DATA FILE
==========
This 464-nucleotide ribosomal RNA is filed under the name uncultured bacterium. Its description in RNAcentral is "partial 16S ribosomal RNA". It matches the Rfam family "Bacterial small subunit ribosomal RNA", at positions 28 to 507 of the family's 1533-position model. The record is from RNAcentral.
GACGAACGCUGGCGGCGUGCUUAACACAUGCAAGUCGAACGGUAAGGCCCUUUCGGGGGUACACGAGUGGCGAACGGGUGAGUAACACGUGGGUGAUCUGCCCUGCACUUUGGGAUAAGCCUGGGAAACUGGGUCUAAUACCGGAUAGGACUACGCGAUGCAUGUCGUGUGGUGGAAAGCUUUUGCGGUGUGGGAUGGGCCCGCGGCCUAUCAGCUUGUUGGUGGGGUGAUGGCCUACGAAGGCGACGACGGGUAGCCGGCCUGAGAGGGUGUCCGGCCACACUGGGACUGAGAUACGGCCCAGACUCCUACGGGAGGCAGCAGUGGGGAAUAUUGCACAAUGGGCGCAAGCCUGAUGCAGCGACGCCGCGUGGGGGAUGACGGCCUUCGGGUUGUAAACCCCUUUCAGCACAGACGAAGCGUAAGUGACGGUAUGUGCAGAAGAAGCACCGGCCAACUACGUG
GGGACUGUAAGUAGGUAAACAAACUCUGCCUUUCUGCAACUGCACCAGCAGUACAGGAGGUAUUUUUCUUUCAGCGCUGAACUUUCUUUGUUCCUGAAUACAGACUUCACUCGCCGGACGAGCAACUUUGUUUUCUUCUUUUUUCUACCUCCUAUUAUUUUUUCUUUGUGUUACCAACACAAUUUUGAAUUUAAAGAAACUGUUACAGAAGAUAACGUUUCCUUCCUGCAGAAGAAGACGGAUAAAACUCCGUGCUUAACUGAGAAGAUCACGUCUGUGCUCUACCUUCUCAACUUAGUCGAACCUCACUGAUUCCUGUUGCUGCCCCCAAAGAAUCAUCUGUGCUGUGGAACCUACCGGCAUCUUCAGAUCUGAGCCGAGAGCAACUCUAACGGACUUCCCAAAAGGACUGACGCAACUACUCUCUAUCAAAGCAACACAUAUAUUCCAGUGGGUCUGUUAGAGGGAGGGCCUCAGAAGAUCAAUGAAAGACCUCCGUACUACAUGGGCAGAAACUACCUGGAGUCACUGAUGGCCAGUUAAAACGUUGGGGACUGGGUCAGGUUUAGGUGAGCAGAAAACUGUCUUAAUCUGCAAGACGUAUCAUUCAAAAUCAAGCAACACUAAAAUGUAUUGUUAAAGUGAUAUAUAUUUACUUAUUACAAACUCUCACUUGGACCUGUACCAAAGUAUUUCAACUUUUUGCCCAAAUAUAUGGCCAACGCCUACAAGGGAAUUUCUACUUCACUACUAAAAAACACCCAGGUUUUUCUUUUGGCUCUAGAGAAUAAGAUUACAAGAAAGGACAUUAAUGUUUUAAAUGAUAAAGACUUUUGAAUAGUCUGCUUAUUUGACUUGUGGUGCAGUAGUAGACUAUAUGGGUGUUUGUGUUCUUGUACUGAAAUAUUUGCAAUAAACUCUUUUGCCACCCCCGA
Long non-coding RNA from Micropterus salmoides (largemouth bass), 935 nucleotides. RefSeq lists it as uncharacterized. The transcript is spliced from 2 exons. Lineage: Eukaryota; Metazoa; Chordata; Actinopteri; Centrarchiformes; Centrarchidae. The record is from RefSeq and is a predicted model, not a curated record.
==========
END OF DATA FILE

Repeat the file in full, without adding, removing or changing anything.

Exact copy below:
This 464-nucleotide ribosomal RNA is filed under the name uncultured bacterium. Its description in RNAcentral is "partial 16S ribosomal RNA". It matches the Rfam family "Bacterial small subunit ribosomal RNA", at positions 28 to 507 of the family's 1533-position model. The record is from RNAcentral.
GACGAACGCUGGCGGCGUGCUUAACACAUGCAAGUCGAACGGUAAGGCCCUUUCGGGGGUACACGAGUGGCGAACGGGUGAGUAACACGUGGGUGAUCUGCCCUGCACUUUGGGAUAAGCCUGGGAAACUGGGUCUAAUACCGGAUAGGACUACGCGAUGCAUGUCGUGUGGUGGAAAGCUUUUGCGGUGUGGGAUGGGCCCGCGGCCUAUCAGCUUGUUGGUGGGGUGAUGGCCUACGAAGGCGACGACGGGUAGCCGGCCUGAGAGGGUGUCCGGCCACACUGGGACUGAGAUACGGCCCAGACUCCUACGGGAGGCAGCAGUGGGGAAUAUUGCACAAUGGGCGCAAGCCUGAUGCAGCGACGCCGCGUGGGGGAUGACGGCCUUCGGGUUGUAAACCCCUUUCAGCACAGACGAAGCGUAAGUGACGGUAUGUGCAGAAGAAGCACCGGCCAACUACGUG
GGGACUGUAAGUAGGUAAACAAACUCUGCCUUUCUGCAACUGCACCAGCAGUACAGGAGGUAUUUUUCUUUCAGCGCUGAACUUUCUUUGUUCCUGAAUACAGACUUCACUCGCCGGACGAGCAACUUUGUUUUCUUCUUUUUUCUACCUCCUAUUAUUUUUUCUUUGUGUUACCAACACAAUUUUGAAUUUAAAGAAACUGUUACAGAAGAUAACGUUUCCUUCCUGCAGAAGAAGACGGAUAAAACUCCGUGCUUAACUGAGAAGAUCACGUCUGUGCUCUACCUUCUCAACUUAGUCGAACCUCACUGAUUCCUGUUGCUGCCCCCAAAGAAUCAUCUGUGCUGUGGAACCUACCGGCAUCUUCAGAUCUGAGCCGAGAGCAACUCUAACGGACUUCCCAAAAGGACUGACGCAACUACUCUCUAUCAAAGCAACACAUAUAUUCCAGUGGGUCUGUUAGAGGGAGGGCCUCAGAAGAUCAAUGAAAGACCUCCGUACUACAUGGGCAGAAACUACCUGGAGUCACUGAUGGCCAGUUAAAACGUUGGGGACUGGGUCAGGUUUAGGUGAGCAGAAAACUGUCUUAAUCUGCAAGACGUAUCAUUCAAAAUCAAGCAACACUAAAAUGUAUUGUUAAAGUGAUAUAUAUUUACUUAUUACAAACUCUCACUUGGACCUGUACCAAAGUAUUUCAACUUUUUGCCCAAAUAUAUGGCCAACGCCUACAAGGGAAUUUCUACUUCACUACUAAAAAACACCCAGGUUUUUCUUUUGGCUCUAGAGAAUAAGAUUACAAGAAAGGACAUUAAUGUUUUAAAUGAUAAAGACUUUUGAAUAGUCUGCUUAUUUGACUUGUGGUGCAGUAGUAGACUAUAUGGGUGUUUGUGUUCUUGUACUGAAAUAUUUGCAAUAAACUCUUUUGCCACCCCCGA
Long non-coding RNA from Micropterus salmoides (largemouth bass), 935 nucleotides. RefSeq lists it as uncharacterized. The transcript is spliced from 2 exons. Lineage: Eukaryota; Metazoa; Chordata; Actinopteri; Centrarchiformes; Centrarchidae. The record is from RefSeq and is a predicted model, not a curated record.